Sunday, December 20, 2015

Book #51: Essays of E.B. White

I bought this book at Shakespeare & Company a few years ago while I was traveling with my sister and it disappeared into Roger's reading stack when I got home. He turned it up for me a month or so ago and I've been reading a few essays here and there since then.

Coincidentally, I'm sitting in a hotel room with the same sister as I write this. Traveling again, though in Charlotte, NC, not in Paris.

E.B. White, who is probably most well known for writing Charlotte's Web, wrote many essays on a wide variety of topics and was often published in magazines like The New Yorker, the Atlantic Monthly, and Harper's.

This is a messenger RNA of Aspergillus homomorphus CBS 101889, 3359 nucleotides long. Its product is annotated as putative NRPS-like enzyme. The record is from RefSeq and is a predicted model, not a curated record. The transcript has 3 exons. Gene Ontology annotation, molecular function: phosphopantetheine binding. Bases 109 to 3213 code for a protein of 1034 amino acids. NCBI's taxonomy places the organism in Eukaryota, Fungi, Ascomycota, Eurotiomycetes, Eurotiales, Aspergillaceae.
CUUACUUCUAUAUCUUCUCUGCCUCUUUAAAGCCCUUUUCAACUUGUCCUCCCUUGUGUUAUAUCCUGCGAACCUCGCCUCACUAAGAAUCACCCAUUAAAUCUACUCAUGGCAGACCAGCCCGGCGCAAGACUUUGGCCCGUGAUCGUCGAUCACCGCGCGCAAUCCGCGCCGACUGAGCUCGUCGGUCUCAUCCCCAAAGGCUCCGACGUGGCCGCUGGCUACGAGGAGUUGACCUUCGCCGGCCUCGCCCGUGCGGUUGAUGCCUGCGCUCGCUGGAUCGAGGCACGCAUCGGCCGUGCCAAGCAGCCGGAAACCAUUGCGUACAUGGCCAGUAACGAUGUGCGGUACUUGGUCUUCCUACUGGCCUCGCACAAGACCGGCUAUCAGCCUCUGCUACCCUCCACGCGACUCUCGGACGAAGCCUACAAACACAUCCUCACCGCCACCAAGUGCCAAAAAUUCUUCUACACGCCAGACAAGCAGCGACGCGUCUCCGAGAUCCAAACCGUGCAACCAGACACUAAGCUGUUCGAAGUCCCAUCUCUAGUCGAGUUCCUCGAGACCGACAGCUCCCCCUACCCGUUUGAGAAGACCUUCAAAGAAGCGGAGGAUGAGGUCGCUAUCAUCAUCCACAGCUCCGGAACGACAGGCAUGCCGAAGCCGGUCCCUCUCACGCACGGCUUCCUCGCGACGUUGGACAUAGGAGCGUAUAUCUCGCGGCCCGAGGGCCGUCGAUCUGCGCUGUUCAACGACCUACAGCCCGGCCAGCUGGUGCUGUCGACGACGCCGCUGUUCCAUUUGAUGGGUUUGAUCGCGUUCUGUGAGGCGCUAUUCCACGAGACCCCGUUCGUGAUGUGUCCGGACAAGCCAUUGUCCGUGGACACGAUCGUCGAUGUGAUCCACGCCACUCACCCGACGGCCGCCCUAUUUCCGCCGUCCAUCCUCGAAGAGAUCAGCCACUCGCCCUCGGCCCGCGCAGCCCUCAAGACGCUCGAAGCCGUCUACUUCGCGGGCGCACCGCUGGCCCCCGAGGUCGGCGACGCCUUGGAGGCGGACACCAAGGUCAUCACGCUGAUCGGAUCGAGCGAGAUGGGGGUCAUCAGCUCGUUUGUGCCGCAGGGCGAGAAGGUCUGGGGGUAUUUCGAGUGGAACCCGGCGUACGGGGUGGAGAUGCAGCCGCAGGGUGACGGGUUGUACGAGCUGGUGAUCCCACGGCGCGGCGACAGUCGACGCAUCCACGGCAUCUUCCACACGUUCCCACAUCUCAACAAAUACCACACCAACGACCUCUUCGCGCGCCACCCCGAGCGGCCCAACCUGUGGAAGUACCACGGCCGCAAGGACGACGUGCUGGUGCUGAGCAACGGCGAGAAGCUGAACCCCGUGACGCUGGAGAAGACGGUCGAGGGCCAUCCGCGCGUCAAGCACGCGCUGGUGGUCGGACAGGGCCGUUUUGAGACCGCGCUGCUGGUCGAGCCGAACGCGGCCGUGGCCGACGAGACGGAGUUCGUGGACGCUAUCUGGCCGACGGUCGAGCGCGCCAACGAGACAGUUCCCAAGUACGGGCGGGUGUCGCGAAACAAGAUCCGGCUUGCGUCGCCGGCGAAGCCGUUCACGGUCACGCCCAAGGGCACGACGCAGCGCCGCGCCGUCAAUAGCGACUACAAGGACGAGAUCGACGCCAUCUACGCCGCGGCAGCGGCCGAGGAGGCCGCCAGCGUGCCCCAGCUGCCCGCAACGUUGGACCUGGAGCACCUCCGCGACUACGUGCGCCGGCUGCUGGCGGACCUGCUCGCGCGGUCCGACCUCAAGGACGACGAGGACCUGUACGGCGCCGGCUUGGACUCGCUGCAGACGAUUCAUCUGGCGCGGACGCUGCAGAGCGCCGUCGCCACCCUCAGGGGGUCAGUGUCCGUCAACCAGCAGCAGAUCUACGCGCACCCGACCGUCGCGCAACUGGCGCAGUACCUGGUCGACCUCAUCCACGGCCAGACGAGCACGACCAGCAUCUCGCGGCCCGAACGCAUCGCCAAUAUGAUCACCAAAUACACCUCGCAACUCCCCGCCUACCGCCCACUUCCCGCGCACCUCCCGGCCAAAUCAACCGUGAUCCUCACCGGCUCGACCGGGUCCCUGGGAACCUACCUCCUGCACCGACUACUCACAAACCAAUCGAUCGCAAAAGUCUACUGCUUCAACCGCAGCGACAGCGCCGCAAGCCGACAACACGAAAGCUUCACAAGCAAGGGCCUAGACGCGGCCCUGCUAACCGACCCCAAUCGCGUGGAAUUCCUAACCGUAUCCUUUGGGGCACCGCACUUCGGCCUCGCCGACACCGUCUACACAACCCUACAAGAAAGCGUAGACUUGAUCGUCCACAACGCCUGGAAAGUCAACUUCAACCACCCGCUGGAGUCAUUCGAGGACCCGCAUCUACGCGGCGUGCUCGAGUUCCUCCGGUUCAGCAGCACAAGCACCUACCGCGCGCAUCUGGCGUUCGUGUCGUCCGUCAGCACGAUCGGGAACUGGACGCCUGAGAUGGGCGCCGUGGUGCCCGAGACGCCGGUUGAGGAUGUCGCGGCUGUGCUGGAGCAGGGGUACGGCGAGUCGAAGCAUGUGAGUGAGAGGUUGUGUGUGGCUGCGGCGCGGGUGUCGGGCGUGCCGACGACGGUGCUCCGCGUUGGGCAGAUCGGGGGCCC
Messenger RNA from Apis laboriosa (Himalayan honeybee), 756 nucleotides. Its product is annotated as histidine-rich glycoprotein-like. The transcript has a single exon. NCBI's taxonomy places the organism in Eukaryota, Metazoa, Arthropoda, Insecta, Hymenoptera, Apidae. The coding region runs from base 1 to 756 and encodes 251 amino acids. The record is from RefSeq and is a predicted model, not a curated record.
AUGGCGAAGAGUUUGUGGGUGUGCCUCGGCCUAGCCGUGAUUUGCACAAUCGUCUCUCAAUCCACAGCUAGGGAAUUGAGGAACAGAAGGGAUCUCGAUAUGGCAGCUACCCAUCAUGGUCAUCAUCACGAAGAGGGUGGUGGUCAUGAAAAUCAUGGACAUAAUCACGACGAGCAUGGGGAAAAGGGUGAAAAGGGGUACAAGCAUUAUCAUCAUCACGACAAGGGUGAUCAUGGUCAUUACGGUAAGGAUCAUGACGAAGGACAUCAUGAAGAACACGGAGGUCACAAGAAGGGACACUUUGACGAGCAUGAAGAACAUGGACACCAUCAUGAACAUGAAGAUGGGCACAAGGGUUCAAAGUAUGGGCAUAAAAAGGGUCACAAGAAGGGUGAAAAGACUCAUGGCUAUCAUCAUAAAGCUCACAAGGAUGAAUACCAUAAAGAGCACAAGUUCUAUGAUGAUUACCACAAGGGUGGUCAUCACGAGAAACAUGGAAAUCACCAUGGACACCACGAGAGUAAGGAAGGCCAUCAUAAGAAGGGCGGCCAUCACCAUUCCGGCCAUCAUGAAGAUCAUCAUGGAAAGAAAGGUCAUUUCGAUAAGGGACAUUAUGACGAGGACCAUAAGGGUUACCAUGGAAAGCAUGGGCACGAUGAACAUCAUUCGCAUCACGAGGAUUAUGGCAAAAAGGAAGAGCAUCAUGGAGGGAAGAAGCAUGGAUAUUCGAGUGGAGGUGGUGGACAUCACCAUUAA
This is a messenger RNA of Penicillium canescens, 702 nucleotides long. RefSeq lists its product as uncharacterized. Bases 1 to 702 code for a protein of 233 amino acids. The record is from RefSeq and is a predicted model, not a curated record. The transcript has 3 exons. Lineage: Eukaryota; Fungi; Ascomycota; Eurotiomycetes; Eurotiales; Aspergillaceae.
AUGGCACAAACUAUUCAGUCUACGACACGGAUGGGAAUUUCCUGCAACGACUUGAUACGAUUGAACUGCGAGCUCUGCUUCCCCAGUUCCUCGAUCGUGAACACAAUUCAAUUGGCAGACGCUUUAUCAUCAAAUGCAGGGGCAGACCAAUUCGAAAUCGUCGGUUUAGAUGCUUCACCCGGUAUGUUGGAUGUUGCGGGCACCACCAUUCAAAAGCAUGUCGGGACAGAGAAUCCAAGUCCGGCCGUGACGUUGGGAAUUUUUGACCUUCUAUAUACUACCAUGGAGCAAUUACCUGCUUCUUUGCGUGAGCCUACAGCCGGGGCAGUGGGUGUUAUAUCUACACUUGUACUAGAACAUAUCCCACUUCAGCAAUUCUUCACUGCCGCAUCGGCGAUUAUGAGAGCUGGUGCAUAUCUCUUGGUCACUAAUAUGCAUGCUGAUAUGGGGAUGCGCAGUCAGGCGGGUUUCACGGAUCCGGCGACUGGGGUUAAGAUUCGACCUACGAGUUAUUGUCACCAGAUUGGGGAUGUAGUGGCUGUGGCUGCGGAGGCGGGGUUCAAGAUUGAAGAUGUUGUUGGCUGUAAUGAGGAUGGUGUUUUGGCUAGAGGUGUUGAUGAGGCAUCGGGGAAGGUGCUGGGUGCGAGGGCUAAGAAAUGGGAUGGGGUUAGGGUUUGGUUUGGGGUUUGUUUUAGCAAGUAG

Most of the essays in this collection were written in the 40s, 50s, and 60s.

Basically, he wrote about the world my generation was born into.

What struck me as I read is how the more things change, the more things stay the same. Nature. Technology. World peace. Progress. Resistance to progress. Gentle nostalgia. Harsh reality.

Seriously. The details may be different, but we're repeating the conversations.

"All I ever hope to say in books is that I love the world," White once said. "I guess you can find it in there, if you dig around." 

I wish we still had E.B. White around to add his reasonable and often delightful two bits.

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